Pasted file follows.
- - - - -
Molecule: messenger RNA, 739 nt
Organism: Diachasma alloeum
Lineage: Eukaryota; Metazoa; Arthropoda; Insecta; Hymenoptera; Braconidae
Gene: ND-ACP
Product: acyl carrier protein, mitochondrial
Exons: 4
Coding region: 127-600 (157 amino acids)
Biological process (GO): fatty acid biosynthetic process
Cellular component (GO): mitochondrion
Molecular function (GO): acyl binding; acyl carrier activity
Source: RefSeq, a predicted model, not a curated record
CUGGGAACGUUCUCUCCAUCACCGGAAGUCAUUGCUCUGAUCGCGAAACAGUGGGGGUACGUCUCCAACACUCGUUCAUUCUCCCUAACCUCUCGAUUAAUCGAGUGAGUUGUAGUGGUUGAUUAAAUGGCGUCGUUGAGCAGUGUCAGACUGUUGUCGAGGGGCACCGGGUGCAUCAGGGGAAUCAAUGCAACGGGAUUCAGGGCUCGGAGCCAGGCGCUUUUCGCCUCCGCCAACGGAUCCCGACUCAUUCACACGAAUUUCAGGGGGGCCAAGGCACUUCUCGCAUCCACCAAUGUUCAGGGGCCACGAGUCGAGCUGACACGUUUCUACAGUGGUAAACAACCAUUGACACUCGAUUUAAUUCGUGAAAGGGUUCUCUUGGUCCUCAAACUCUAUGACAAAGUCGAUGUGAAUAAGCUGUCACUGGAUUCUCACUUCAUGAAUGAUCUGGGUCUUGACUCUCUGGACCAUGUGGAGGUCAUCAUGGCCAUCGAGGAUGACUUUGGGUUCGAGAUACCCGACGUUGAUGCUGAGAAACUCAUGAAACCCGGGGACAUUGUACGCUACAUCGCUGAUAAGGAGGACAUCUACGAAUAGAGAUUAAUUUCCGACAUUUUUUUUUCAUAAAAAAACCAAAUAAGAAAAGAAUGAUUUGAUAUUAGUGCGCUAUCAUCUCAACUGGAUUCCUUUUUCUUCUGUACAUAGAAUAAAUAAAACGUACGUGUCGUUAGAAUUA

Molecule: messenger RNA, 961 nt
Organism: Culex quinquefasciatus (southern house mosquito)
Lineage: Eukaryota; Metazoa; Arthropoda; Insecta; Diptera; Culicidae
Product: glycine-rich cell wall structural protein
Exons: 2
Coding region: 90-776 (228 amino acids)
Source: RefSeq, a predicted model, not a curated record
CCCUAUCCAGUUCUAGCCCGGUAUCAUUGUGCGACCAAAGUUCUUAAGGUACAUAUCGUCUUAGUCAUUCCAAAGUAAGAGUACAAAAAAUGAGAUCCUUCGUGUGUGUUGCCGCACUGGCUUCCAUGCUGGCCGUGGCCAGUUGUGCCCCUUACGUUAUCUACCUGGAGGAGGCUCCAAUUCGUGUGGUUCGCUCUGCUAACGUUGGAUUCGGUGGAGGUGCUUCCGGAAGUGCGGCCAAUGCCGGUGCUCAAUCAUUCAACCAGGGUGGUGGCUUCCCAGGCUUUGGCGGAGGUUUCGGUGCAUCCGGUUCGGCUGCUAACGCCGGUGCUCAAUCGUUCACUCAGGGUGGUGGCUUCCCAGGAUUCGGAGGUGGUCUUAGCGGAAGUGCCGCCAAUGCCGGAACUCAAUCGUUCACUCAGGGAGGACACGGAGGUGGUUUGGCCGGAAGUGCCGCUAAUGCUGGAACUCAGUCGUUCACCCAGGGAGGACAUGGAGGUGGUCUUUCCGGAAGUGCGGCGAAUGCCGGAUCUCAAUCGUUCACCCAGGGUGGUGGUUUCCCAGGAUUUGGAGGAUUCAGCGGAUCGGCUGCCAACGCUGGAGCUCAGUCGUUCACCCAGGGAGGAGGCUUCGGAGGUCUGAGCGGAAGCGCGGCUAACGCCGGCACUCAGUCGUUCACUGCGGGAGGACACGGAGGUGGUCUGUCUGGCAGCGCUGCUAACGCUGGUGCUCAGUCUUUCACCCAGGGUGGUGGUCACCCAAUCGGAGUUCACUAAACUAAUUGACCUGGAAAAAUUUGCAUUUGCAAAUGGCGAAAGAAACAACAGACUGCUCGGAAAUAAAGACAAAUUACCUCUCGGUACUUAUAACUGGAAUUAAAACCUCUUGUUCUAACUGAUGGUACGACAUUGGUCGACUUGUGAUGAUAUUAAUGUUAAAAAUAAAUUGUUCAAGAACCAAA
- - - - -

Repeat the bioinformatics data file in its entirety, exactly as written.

Molecule: messenger RNA, 739 nt
Organism: Diachasma alloeum
Lineage: Eukaryota; Metazoa; Arthropoda; Insecta; Hymenoptera; Braconidae
Gene: ND-ACP
Product: acyl carrier protein, mitochondrial
Exons: 4
Coding region: 127-600 (157 amino acids)
Biological process (GO): fatty acid biosynthetic process
Cellular component (GO): mitochondrion
Molecular function (GO): acyl binding; acyl carrier activity
Source: RefSeq, a predicted model, not a curated record
CUGGGAACGUUCUCUCCAUCACCGGAAGUCAUUGCUCUGAUCGCGAAACAGUGGGGGUACGUCUCCAACACUCGUUCAUUCUCCCUAACCUCUCGAUUAAUCGAGUGAGUUGUAGUGGUUGAUUAAAUGGCGUCGUUGAGCAGUGUCAGACUGUUGUCGAGGGGCACCGGGUGCAUCAGGGGAAUCAAUGCAACGGGAUUCAGGGCUCGGAGCCAGGCGCUUUUCGCCUCCGCCAACGGAUCCCGACUCAUUCACACGAAUUUCAGGGGGGCCAAGGCACUUCUCGCAUCCACCAAUGUUCAGGGGCCACGAGUCGAGCUGACACGUUUCUACAGUGGUAAACAACCAUUGACACUCGAUUUAAUUCGUGAAAGGGUUCUCUUGGUCCUCAAACUCUAUGACAAAGUCGAUGUGAAUAAGCUGUCACUGGAUUCUCACUUCAUGAAUGAUCUGGGUCUUGACUCUCUGGACCAUGUGGAGGUCAUCAUGGCCAUCGAGGAUGACUUUGGGUUCGAGAUACCCGACGUUGAUGCUGAGAAACUCAUGAAACCCGGGGACAUUGUACGCUACAUCGCUGAUAAGGAGGACAUCUACGAAUAGAGAUUAAUUUCCGACAUUUUUUUUUCAUAAAAAAACCAAAUAAGAAAAGAAUGAUUUGAUAUUAGUGCGCUAUCAUCUCAACUGGAUUCCUUUUUCUUCUGUACAUAGAAUAAAUAAAACGUACGUGUCGUUAGAAUUA

Molecule: messenger RNA, 961 nt
Organism: Culex quinquefasciatus (southern house mosquito)
Lineage: Eukaryota; Metazoa; Arthropoda; Insecta; Diptera; Culicidae
Product: glycine-rich cell wall structural protein
Exons: 2
Coding region: 90-776 (228 amino acids)
Source: RefSeq, a predicted model, not a curated record
CCCUAUCCAGUUCUAGCCCGGUAUCAUUGUGCGACCAAAGUUCUUAAGGUACAUAUCGUCUUAGUCAUUCCAAAGUAAGAGUACAAAAAAUGAGAUCCUUCGUGUGUGUUGCCGCACUGGCUUCCAUGCUGGCCGUGGCCAGUUGUGCCCCUUACGUUAUCUACCUGGAGGAGGCUCCAAUUCGUGUGGUUCGCUCUGCUAACGUUGGAUUCGGUGGAGGUGCUUCCGGAAGUGCGGCCAAUGCCGGUGCUCAAUCAUUCAACCAGGGUGGUGGCUUCCCAGGCUUUGGCGGAGGUUUCGGUGCAUCCGGUUCGGCUGCUAACGCCGGUGCUCAAUCGUUCACUCAGGGUGGUGGCUUCCCAGGAUUCGGAGGUGGUCUUAGCGGAAGUGCCGCCAAUGCCGGAACUCAAUCGUUCACUCAGGGAGGACACGGAGGUGGUUUGGCCGGAAGUGCCGCUAAUGCUGGAACUCAGUCGUUCACCCAGGGAGGACAUGGAGGUGGUCUUUCCGGAAGUGCGGCGAAUGCCGGAUCUCAAUCGUUCACCCAGGGUGGUGGUUUCCCAGGAUUUGGAGGAUUCAGCGGAUCGGCUGCCAACGCUGGAGCUCAGUCGUUCACCCAGGGAGGAGGCUUCGGAGGUCUGAGCGGAAGCGCGGCUAACGCCGGCACUCAGUCGUUCACUGCGGGAGGACACGGAGGUGGUCUGUCUGGCAGCGCUGCUAACGCUGGUGCUCAGUCUUUCACCCAGGGUGGUGGUCACCCAAUCGGAGUUCACUAAACUAAUUGACCUGGAAAAAUUUGCAUUUGCAAAUGGCGAAAGAAACAACAGACUGCUCGGAAAUAAAGACAAAUUACCUCUCGGUACUUAUAACUGGAAUUAAAACCUCUUGUUCUAACUGAUGGUACGACAUUGGUCGACUUGUGAUGAUAUUAAUGUUAAAAAUAAAUUGUUCAAGAACCAAA